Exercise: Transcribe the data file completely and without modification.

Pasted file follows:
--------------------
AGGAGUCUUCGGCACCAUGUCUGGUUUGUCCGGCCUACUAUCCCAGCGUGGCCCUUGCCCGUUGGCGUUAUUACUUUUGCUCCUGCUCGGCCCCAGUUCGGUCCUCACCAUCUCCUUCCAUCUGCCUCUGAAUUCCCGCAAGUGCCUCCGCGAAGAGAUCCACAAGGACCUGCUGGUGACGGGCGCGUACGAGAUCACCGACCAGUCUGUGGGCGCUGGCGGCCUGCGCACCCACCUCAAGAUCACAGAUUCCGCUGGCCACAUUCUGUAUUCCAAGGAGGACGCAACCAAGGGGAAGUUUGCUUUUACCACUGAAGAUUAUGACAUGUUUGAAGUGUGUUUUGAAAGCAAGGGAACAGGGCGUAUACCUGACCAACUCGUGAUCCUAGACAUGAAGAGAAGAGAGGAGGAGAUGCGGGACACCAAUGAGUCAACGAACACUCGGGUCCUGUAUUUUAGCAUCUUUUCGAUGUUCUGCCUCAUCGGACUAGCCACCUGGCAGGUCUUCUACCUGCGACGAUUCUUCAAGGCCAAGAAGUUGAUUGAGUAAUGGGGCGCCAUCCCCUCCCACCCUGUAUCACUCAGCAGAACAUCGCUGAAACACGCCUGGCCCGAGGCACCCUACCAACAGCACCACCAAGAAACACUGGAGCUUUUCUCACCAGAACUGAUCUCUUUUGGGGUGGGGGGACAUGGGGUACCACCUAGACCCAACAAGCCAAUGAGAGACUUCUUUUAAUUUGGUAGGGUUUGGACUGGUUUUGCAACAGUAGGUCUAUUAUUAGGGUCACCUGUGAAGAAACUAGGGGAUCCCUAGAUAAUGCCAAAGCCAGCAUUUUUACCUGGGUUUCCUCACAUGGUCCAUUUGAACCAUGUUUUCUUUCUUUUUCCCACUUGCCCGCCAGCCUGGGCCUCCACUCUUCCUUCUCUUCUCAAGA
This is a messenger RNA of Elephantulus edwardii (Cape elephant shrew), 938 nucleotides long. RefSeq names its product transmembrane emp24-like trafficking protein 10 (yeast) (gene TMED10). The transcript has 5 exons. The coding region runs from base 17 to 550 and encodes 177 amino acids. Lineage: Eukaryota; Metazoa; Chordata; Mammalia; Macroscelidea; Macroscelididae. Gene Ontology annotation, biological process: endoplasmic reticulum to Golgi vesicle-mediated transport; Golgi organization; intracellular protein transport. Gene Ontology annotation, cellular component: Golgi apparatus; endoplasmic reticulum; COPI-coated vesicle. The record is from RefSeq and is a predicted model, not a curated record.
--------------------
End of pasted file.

AGGAGUCUUCGGCACCAUGUCUGGUUUGUCCGGCCUACUAUCCCAGCGUGGCCCUUGCCCGUUGGCGUUAUUACUUUUGCUCCUGCUCGGCCCCAGUUCGGUCCUCACCAUCUCCUUCCAUCUGCCUCUGAAUUCCCGCAAGUGCCUCCGCGAAGAGAUCCACAAGGACCUGCUGGUGACGGGCGCGUACGAGAUCACCGACCAGUCUGUGGGCGCUGGCGGCCUGCGCACCCACCUCAAGAUCACAGAUUCCGCUGGCCACAUUCUGUAUUCCAAGGAGGACGCAACCAAGGGGAAGUUUGCUUUUACCACUGAAGAUUAUGACAUGUUUGAAGUGUGUUUUGAAAGCAAGGGAACAGGGCGUAUACCUGACCAACUCGUGAUCCUAGACAUGAAGAGAAGAGAGGAGGAGAUGCGGGACACCAAUGAGUCAACGAACACUCGGGUCCUGUAUUUUAGCAUCUUUUCGAUGUUCUGCCUCAUCGGACUAGCCACCUGGCAGGUCUUCUACCUGCGACGAUUCUUCAAGGCCAAGAAGUUGAUUGAGUAAUGGGGCGCCAUCCCCUCCCACCCUGUAUCACUCAGCAGAACAUCGCUGAAACACGCCUGGCCCGAGGCACCCUACCAACAGCACCACCAAGAAACACUGGAGCUUUUCUCACCAGAACUGAUCUCUUUUGGGGUGGGGGGACAUGGGGUACCACCUAGACCCAACAAGCCAAUGAGAGACUUCUUUUAAUUUGGUAGGGUUUGGACUGGUUUUGCAACAGUAGGUCUAUUAUUAGGGUCACCUGUGAAGAAACUAGGGGAUCCCUAGAUAAUGCCAAAGCCAGCAUUUUUACCUGGGUUUCCUCACAUGGUCCAUUUGAACCAUGUUUUCUUUCUUUUUCCCACUUGCCCGCCAGCCUGGGCCUCCACUCUUCCUUCUCUUCUCAAGA
This is a messenger RNA of Elephantulus edwardii (Cape elephant shrew), 938 nucleotides long. RefSeq names its product transmembrane emp24-like trafficking protein 10 (yeast) (gene TMED10). The transcript has 5 exons. The coding region runs from base 17 to 550 and encodes 177 amino acids. Lineage: Eukaryota; Metazoa; Chordata; Mammalia; Macroscelidea; Macroscelididae. Gene Ontology annotation, biological process: endoplasmic reticulum to Golgi vesicle-mediated transport; Golgi organization; intracellular protein transport. Gene Ontology annotation, cellular component: Golgi apparatus; endoplasmic reticulum; COPI-coated vesicle. The record is from RefSeq and is a predicted model, not a curated record.